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fairness

Last week I was speaking about rights and freedoms to a high school law class. I asked the students if they could think of any laws that had changed in their life time. They knew that the alcohol limits for driving had changed. But when it came to changes that had brought about legislation against racial, gender, and other discrimination, they had to be reminded or even simply informed.
Like most religious minorities in Quebec, I am only slightly shocked by the proposed charter of values. The people that at the short end of the proverbial legislation stick are kids. Because our kids will live the rest of their future in the shadow of the laws and governments we support, it is imperative to consult them. So I decided to put my ear to the ground, and asked my youth group girls and their friends what they thought of the Quebec charter of values. Here are some reactions by girls age 12-16, all from different backgrounds and religions.
The darker girl's mantra: stay out of the sun, don't tan, and use this homemade concoction to fade your skin colour. Unless you're born fair like Aishwarya Rai, you've likely been subject to some version of this growing up -- but the Dark is Beautiful campaign is working to change this.
It's obviously troubling that a small number would use the disaster as an excuse to loot; to violently steal another person's possessions, cause damage and inflict even greater misery on an already suffering community. But is price gouging really at all comparable to looting? I'm disappointed not that price gouging is occurring, but that it's only been isolated.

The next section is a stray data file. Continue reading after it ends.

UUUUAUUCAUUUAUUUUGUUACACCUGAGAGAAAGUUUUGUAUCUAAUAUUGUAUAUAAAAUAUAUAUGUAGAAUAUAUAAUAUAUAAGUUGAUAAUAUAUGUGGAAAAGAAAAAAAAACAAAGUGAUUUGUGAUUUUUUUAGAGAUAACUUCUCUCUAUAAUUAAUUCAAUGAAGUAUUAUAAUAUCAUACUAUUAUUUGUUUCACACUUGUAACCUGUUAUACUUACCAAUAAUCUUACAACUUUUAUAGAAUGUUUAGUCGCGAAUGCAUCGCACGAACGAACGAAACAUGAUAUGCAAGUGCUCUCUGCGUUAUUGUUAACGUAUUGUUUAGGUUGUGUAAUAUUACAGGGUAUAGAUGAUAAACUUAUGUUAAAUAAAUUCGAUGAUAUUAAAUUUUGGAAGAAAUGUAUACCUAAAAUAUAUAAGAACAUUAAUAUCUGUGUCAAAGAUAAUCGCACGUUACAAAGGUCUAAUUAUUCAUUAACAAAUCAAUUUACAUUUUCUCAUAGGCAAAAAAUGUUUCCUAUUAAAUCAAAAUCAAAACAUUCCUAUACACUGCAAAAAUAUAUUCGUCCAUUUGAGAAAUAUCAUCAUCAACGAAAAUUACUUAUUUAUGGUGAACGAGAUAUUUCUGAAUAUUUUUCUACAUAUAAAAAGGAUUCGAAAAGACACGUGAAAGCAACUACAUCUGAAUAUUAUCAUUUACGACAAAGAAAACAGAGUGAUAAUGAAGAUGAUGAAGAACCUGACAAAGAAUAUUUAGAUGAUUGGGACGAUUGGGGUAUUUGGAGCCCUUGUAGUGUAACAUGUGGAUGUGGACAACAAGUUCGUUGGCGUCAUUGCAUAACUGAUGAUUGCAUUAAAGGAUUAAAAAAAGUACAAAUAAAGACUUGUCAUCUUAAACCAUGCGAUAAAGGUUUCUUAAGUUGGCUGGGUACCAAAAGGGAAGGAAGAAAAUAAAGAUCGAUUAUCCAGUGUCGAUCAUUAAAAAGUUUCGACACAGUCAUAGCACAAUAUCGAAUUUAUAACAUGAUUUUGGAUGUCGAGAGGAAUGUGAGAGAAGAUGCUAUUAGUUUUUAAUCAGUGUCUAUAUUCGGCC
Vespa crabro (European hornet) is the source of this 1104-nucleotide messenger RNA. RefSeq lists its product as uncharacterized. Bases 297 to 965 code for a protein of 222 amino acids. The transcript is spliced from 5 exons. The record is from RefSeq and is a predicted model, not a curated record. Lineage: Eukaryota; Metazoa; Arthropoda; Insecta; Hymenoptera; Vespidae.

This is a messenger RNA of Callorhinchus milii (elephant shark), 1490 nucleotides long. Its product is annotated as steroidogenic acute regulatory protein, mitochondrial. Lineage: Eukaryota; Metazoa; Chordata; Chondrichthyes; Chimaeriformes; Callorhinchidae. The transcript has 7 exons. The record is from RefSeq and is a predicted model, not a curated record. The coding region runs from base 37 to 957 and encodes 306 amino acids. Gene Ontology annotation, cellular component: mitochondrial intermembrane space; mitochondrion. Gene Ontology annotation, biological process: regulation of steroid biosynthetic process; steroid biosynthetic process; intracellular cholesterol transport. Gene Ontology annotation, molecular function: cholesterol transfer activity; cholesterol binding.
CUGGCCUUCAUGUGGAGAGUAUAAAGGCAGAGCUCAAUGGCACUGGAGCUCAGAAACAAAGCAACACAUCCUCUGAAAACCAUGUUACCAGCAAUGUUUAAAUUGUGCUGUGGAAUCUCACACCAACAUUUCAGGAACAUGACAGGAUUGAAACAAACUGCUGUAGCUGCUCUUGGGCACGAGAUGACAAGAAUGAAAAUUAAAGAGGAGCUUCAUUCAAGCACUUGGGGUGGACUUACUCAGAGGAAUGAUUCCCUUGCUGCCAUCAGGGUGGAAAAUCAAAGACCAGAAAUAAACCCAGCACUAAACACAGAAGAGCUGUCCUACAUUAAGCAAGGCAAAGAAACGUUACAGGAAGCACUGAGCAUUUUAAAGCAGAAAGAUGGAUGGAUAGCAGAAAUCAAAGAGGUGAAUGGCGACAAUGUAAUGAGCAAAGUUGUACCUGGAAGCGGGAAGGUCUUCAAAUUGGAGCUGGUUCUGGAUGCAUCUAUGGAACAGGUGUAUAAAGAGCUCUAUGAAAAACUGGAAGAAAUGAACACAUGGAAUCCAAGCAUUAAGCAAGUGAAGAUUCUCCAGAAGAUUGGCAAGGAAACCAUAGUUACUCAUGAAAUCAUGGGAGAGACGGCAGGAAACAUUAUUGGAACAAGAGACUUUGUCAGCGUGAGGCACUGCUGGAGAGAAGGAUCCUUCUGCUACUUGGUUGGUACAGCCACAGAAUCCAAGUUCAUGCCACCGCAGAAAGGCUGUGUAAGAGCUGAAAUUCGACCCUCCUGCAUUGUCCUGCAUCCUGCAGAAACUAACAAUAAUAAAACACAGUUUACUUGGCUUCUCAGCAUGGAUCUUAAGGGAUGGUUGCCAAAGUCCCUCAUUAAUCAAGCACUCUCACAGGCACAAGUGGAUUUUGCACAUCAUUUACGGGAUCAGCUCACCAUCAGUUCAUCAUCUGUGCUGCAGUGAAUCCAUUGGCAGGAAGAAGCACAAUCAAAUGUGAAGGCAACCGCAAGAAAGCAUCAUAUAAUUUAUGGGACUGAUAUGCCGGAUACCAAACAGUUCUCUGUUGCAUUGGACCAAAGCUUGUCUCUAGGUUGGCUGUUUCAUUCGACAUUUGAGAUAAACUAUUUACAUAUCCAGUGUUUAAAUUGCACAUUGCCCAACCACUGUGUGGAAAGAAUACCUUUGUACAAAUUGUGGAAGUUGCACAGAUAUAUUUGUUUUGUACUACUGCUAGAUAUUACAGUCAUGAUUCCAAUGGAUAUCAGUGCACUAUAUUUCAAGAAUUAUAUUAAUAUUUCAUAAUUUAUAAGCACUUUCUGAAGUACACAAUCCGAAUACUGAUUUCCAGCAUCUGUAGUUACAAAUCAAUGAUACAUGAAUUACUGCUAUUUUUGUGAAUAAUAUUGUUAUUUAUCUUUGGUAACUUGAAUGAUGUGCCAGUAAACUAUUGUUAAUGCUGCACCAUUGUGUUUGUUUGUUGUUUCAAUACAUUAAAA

If we want our own children to learn to be courageous defenders of rights, we must first engage them in thinking critically about those rights. While adults may feel uncomfortable talking to children about the place of religion in society, we can still teach our children that people whose beliefs and practices differ from their own are deserving of respect and understanding.
Growing up I remember my mother carefully cutting the pie we were about to enjoy for dessert in precisely equal portions served on plates exactly the same size for all. Even upon the setting of the dessert in front of each of us kids, there was always the fleeting scan of each set of eyes around the table to make sure that no one was getting an "unfairly" larger portion.
Simple game theory shows that the drive for perceived "fairness" in outcomes can leave players much worse off than they would otherwise be if they could swallow some of their pride.